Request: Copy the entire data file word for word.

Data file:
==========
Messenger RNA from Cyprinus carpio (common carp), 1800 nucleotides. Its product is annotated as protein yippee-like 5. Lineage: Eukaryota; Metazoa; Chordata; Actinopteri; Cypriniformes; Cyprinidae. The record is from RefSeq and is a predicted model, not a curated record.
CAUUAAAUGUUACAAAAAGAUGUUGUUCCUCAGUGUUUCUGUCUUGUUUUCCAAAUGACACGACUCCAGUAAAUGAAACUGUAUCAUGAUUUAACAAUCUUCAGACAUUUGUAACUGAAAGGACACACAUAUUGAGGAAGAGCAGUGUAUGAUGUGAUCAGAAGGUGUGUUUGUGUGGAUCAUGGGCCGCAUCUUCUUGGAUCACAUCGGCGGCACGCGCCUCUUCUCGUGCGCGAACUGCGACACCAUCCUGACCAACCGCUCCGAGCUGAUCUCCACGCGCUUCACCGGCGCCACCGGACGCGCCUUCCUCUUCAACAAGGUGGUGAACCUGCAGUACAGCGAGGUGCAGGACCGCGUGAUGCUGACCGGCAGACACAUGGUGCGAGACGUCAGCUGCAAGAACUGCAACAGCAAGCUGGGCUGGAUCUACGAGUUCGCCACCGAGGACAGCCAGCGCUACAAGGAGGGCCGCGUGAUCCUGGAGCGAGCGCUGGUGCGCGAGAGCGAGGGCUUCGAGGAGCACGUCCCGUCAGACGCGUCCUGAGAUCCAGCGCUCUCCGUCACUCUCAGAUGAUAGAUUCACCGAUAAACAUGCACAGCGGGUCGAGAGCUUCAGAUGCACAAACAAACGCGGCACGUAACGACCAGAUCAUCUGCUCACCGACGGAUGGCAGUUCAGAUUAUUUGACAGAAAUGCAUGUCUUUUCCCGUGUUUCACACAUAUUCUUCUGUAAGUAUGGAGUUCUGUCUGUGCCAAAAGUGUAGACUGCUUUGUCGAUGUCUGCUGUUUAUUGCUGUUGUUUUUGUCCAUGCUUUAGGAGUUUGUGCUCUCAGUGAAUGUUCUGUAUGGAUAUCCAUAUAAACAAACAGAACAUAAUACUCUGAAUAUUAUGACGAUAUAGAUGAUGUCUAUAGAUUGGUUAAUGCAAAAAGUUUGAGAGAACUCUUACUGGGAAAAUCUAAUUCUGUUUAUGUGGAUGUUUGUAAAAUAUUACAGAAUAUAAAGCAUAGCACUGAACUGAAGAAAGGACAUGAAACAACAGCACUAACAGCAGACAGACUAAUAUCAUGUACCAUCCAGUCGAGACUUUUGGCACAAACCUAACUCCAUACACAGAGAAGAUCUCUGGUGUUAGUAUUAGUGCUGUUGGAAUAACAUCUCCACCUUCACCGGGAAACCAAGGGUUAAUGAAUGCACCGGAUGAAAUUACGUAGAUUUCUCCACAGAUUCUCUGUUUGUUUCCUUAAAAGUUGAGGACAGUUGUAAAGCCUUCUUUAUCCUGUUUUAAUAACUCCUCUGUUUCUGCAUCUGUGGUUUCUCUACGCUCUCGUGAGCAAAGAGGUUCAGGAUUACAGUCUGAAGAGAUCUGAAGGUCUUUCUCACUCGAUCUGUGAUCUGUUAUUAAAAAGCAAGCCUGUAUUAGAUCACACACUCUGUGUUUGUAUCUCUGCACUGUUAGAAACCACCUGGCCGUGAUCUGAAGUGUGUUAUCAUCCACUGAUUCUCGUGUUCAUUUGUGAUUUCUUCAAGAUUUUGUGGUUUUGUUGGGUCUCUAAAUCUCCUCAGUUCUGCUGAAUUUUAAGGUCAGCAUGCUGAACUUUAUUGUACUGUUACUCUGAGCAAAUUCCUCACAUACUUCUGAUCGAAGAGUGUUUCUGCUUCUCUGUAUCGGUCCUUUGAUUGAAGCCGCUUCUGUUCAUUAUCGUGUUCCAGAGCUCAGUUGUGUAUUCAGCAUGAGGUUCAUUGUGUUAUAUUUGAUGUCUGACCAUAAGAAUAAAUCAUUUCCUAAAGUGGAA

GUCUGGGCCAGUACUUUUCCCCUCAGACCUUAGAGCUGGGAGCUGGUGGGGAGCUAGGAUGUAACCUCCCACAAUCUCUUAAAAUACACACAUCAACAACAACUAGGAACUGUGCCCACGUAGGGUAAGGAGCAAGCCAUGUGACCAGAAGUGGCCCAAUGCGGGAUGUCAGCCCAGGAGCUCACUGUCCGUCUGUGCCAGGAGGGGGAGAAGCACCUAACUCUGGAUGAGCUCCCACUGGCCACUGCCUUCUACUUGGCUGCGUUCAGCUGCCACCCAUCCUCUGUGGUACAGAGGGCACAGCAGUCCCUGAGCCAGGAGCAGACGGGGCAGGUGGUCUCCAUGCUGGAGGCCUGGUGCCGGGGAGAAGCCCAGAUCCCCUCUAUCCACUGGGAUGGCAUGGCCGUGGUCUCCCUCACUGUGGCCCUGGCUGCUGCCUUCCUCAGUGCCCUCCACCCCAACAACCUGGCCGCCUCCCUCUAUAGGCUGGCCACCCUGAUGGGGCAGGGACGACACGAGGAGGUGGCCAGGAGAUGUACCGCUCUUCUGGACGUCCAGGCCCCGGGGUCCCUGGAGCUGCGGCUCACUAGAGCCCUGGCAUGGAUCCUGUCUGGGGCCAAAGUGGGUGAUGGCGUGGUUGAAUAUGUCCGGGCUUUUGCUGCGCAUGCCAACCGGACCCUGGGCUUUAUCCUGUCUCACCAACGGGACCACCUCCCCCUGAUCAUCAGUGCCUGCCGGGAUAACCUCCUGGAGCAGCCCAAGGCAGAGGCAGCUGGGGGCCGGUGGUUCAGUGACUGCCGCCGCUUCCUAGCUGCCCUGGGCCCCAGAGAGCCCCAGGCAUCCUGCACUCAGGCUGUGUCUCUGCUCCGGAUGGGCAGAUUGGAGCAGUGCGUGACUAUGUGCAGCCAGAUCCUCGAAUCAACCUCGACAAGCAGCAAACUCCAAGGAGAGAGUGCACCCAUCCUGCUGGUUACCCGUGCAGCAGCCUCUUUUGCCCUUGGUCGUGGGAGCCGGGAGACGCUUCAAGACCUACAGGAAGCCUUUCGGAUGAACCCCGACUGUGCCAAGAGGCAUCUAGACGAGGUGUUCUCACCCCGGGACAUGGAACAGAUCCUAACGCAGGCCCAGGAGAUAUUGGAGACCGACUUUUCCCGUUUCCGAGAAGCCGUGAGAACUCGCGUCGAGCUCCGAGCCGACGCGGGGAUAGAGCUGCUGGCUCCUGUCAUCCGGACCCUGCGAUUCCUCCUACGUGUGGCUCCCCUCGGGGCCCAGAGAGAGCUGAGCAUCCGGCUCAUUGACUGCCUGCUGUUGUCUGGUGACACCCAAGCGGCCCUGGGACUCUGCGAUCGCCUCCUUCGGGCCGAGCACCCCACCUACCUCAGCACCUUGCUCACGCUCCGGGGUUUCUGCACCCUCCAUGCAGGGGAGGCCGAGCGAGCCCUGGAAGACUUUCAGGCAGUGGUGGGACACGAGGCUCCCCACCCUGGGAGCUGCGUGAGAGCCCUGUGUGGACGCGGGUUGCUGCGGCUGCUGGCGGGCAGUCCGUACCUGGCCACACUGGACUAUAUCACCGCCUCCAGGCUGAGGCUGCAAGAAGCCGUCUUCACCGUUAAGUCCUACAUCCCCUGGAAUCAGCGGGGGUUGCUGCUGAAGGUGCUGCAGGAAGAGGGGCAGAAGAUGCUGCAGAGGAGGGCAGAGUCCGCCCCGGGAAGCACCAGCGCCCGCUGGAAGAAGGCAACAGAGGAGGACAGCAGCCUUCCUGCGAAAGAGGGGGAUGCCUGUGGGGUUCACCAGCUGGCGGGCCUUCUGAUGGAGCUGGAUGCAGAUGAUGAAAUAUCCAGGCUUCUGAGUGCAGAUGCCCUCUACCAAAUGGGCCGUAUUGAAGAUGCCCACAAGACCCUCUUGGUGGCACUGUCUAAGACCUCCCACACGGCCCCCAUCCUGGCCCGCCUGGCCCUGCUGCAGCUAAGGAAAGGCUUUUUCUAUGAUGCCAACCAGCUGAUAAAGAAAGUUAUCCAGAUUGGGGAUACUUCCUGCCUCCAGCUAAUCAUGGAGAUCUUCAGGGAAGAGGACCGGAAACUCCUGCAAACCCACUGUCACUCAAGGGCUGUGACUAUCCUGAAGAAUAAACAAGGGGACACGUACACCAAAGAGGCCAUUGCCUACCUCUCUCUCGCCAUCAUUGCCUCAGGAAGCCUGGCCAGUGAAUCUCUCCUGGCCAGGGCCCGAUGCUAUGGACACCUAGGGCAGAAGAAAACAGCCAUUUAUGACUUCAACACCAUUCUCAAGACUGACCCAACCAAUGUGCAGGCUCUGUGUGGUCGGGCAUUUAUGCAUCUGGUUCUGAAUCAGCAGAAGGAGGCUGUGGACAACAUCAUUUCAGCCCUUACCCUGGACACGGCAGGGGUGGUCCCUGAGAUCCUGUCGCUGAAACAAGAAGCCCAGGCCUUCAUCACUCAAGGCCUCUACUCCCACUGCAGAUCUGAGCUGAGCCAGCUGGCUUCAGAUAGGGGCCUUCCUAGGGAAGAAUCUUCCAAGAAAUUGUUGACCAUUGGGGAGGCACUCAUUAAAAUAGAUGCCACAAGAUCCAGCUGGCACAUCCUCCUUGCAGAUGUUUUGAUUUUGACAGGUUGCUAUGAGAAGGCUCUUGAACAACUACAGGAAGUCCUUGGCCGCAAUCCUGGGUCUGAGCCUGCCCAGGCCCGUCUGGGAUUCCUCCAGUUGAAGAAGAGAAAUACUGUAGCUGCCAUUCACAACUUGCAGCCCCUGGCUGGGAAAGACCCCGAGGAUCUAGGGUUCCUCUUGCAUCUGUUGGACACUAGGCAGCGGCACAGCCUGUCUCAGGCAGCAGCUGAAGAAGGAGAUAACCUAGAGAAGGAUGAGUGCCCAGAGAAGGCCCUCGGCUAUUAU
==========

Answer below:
Messenger RNA from Cyprinus carpio (common carp), 1800 nucleotides. Its product is annotated as protein yippee-like 5. Lineage: Eukaryota; Metazoa; Chordata; Actinopteri; Cypriniformes; Cyprinidae. The record is from RefSeq and is a predicted model, not a curated record.
CAUUAAAUGUUACAAAAAGAUGUUGUUCCUCAGUGUUUCUGUCUUGUUUUCCAAAUGACACGACUCCAGUAAAUGAAACUGUAUCAUGAUUUAACAAUCUUCAGACAUUUGUAACUGAAAGGACACACAUAUUGAGGAAGAGCAGUGUAUGAUGUGAUCAGAAGGUGUGUUUGUGUGGAUCAUGGGCCGCAUCUUCUUGGAUCACAUCGGCGGCACGCGCCUCUUCUCGUGCGCGAACUGCGACACCAUCCUGACCAACCGCUCCGAGCUGAUCUCCACGCGCUUCACCGGCGCCACCGGACGCGCCUUCCUCUUCAACAAGGUGGUGAACCUGCAGUACAGCGAGGUGCAGGACCGCGUGAUGCUGACCGGCAGACACAUGGUGCGAGACGUCAGCUGCAAGAACUGCAACAGCAAGCUGGGCUGGAUCUACGAGUUCGCCACCGAGGACAGCCAGCGCUACAAGGAGGGCCGCGUGAUCCUGGAGCGAGCGCUGGUGCGCGAGAGCGAGGGCUUCGAGGAGCACGUCCCGUCAGACGCGUCCUGAGAUCCAGCGCUCUCCGUCACUCUCAGAUGAUAGAUUCACCGAUAAACAUGCACAGCGGGUCGAGAGCUUCAGAUGCACAAACAAACGCGGCACGUAACGACCAGAUCAUCUGCUCACCGACGGAUGGCAGUUCAGAUUAUUUGACAGAAAUGCAUGUCUUUUCCCGUGUUUCACACAUAUUCUUCUGUAAGUAUGGAGUUCUGUCUGUGCCAAAAGUGUAGACUGCUUUGUCGAUGUCUGCUGUUUAUUGCUGUUGUUUUUGUCCAUGCUUUAGGAGUUUGUGCUCUCAGUGAAUGUUCUGUAUGGAUAUCCAUAUAAACAAACAGAACAUAAUACUCUGAAUAUUAUGACGAUAUAGAUGAUGUCUAUAGAUUGGUUAAUGCAAAAAGUUUGAGAGAACUCUUACUGGGAAAAUCUAAUUCUGUUUAUGUGGAUGUUUGUAAAAUAUUACAGAAUAUAAAGCAUAGCACUGAACUGAAGAAAGGACAUGAAACAACAGCACUAACAGCAGACAGACUAAUAUCAUGUACCAUCCAGUCGAGACUUUUGGCACAAACCUAACUCCAUACACAGAGAAGAUCUCUGGUGUUAGUAUUAGUGCUGUUGGAAUAACAUCUCCACCUUCACCGGGAAACCAAGGGUUAAUGAAUGCACCGGAUGAAAUUACGUAGAUUUCUCCACAGAUUCUCUGUUUGUUUCCUUAAAAGUUGAGGACAGUUGUAAAGCCUUCUUUAUCCUGUUUUAAUAACUCCUCUGUUUCUGCAUCUGUGGUUUCUCUACGCUCUCGUGAGCAAAGAGGUUCAGGAUUACAGUCUGAAGAGAUCUGAAGGUCUUUCUCACUCGAUCUGUGAUCUGUUAUUAAAAAGCAAGCCUGUAUUAGAUCACACACUCUGUGUUUGUAUCUCUGCACUGUUAGAAACCACCUGGCCGUGAUCUGAAGUGUGUUAUCAUCCACUGAUUCUCGUGUUCAUUUGUGAUUUCUUCAAGAUUUUGUGGUUUUGUUGGGUCUCUAAAUCUCCUCAGUUCUGCUGAAUUUUAAGGUCAGCAUGCUGAACUUUAUUGUACUGUUACUCUGAGCAAAUUCCUCACAUACUUCUGAUCGAAGAGUGUUUCUGCUUCUCUGUAUCGGUCCUUUGAUUGAAGCCGCUUCUGUUCAUUAUCGUGUUCCAGAGCUCAGUUGUGUAUUCAGCAUGAGGUUCAUUGUGUUAUAUUUGAUGUCUGACCAUAAGAAUAAAUCAUUUCCUAAAGUGGAA

GUCUGGGCCAGUACUUUUCCCCUCAGACCUUAGAGCUGGGAGCUGGUGGGGAGCUAGGAUGUAACCUCCCACAAUCUCUUAAAAUACACACAUCAACAACAACUAGGAACUGUGCCCACGUAGGGUAAGGAGCAAGCCAUGUGACCAGAAGUGGCCCAAUGCGGGAUGUCAGCCCAGGAGCUCACUGUCCGUCUGUGCCAGGAGGGGGAGAAGCACCUAACUCUGGAUGAGCUCCCACUGGCCACUGCCUUCUACUUGGCUGCGUUCAGCUGCCACCCAUCCUCUGUGGUACAGAGGGCACAGCAGUCCCUGAGCCAGGAGCAGACGGGGCAGGUGGUCUCCAUGCUGGAGGCCUGGUGCCGGGGAGAAGCCCAGAUCCCCUCUAUCCACUGGGAUGGCAUGGCCGUGGUCUCCCUCACUGUGGCCCUGGCUGCUGCCUUCCUCAGUGCCCUCCACCCCAACAACCUGGCCGCCUCCCUCUAUAGGCUGGCCACCCUGAUGGGGCAGGGACGACACGAGGAGGUGGCCAGGAGAUGUACCGCUCUUCUGGACGUCCAGGCCCCGGGGUCCCUGGAGCUGCGGCUCACUAGAGCCCUGGCAUGGAUCCUGUCUGGGGCCAAAGUGGGUGAUGGCGUGGUUGAAUAUGUCCGGGCUUUUGCUGCGCAUGCCAACCGGACCCUGGGCUUUAUCCUGUCUCACCAACGGGACCACCUCCCCCUGAUCAUCAGUGCCUGCCGGGAUAACCUCCUGGAGCAGCCCAAGGCAGAGGCAGCUGGGGGCCGGUGGUUCAGUGACUGCCGCCGCUUCCUAGCUGCCCUGGGCCCCAGAGAGCCCCAGGCAUCCUGCACUCAGGCUGUGUCUCUGCUCCGGAUGGGCAGAUUGGAGCAGUGCGUGACUAUGUGCAGCCAGAUCCUCGAAUCAACCUCGACAAGCAGCAAACUCCAAGGAGAGAGUGCACCCAUCCUGCUGGUUACCCGUGCAGCAGCCUCUUUUGCCCUUGGUCGUGGGAGCCGGGAGACGCUUCAAGACCUACAGGAAGCCUUUCGGAUGAACCCCGACUGUGCCAAGAGGCAUCUAGACGAGGUGUUCUCACCCCGGGACAUGGAACAGAUCCUAACGCAGGCCCAGGAGAUAUUGGAGACCGACUUUUCCCGUUUCCGAGAAGCCGUGAGAACUCGCGUCGAGCUCCGAGCCGACGCGGGGAUAGAGCUGCUGGCUCCUGUCAUCCGGACCCUGCGAUUCCUCCUACGUGUGGCUCCCCUCGGGGCCCAGAGAGAGCUGAGCAUCCGGCUCAUUGACUGCCUGCUGUUGUCUGGUGACACCCAAGCGGCCCUGGGACUCUGCGAUCGCCUCCUUCGGGCCGAGCACCCCACCUACCUCAGCACCUUGCUCACGCUCCGGGGUUUCUGCACCCUCCAUGCAGGGGAGGCCGAGCGAGCCCUGGAAGACUUUCAGGCAGUGGUGGGACACGAGGCUCCCCACCCUGGGAGCUGCGUGAGAGCCCUGUGUGGACGCGGGUUGCUGCGGCUGCUGGCGGGCAGUCCGUACCUGGCCACACUGGACUAUAUCACCGCCUCCAGGCUGAGGCUGCAAGAAGCCGUCUUCACCGUUAAGUCCUACAUCCCCUGGAAUCAGCGGGGGUUGCUGCUGAAGGUGCUGCAGGAAGAGGGGCAGAAGAUGCUGCAGAGGAGGGCAGAGUCCGCCCCGGGAAGCACCAGCGCCCGCUGGAAGAAGGCAACAGAGGAGGACAGCAGCCUUCCUGCGAAAGAGGGGGAUGCCUGUGGGGUUCACCAGCUGGCGGGCCUUCUGAUGGAGCUGGAUGCAGAUGAUGAAAUAUCCAGGCUUCUGAGUGCAGAUGCCCUCUACCAAAUGGGCCGUAUUGAAGAUGCCCACAAGACCCUCUUGGUGGCACUGUCUAAGACCUCCCACACGGCCCCCAUCCUGGCCCGCCUGGCCCUGCUGCAGCUAAGGAAAGGCUUUUUCUAUGAUGCCAACCAGCUGAUAAAGAAAGUUAUCCAGAUUGGGGAUACUUCCUGCCUCCAGCUAAUCAUGGAGAUCUUCAGGGAAGAGGACCGGAAACUCCUGCAAACCCACUGUCACUCAAGGGCUGUGACUAUCCUGAAGAAUAAACAAGGGGACACGUACACCAAAGAGGCCAUUGCCUACCUCUCUCUCGCCAUCAUUGCCUCAGGAAGCCUGGCCAGUGAAUCUCUCCUGGCCAGGGCCCGAUGCUAUGGACACCUAGGGCAGAAGAAAACAGCCAUUUAUGACUUCAACACCAUUCUCAAGACUGACCCAACCAAUGUGCAGGCUCUGUGUGGUCGGGCAUUUAUGCAUCUGGUUCUGAAUCAGCAGAAGGAGGCUGUGGACAACAUCAUUUCAGCCCUUACCCUGGACACGGCAGGGGUGGUCCCUGAGAUCCUGUCGCUGAAACAAGAAGCCCAGGCCUUCAUCACUCAAGGCCUCUACUCCCACUGCAGAUCUGAGCUGAGCCAGCUGGCUUCAGAUAGGGGCCUUCCUAGGGAAGAAUCUUCCAAGAAAUUGUUGACCAUUGGGGAGGCACUCAUUAAAAUAGAUGCCACAAGAUCCAGCUGGCACAUCCUCCUUGCAGAUGUUUUGAUUUUGACAGGUUGCUAUGAGAAGGCUCUUGAACAACUACAGGAAGUCCUUGGCCGCAAUCCUGGGUCUGAGCCUGCCCAGGCCCGUCUGGGAUUCCUCCAGUUGAAGAAGAGAAAUACUGUAGCUGCCAUUCACAACUUGCAGCCCCUGGCUGGGAAAGACCCCGAGGAUCUAGGGUUCCUCUUGCAUCUGUUGGACACUAGGCAGCGGCACAGCCUGUCUCAGGCAGCAGCUGAAGAAGGAGAUAACCUAGAGAAGGAUGAGUGCCCAGAGAAGGCCCUCGGCUAUUAU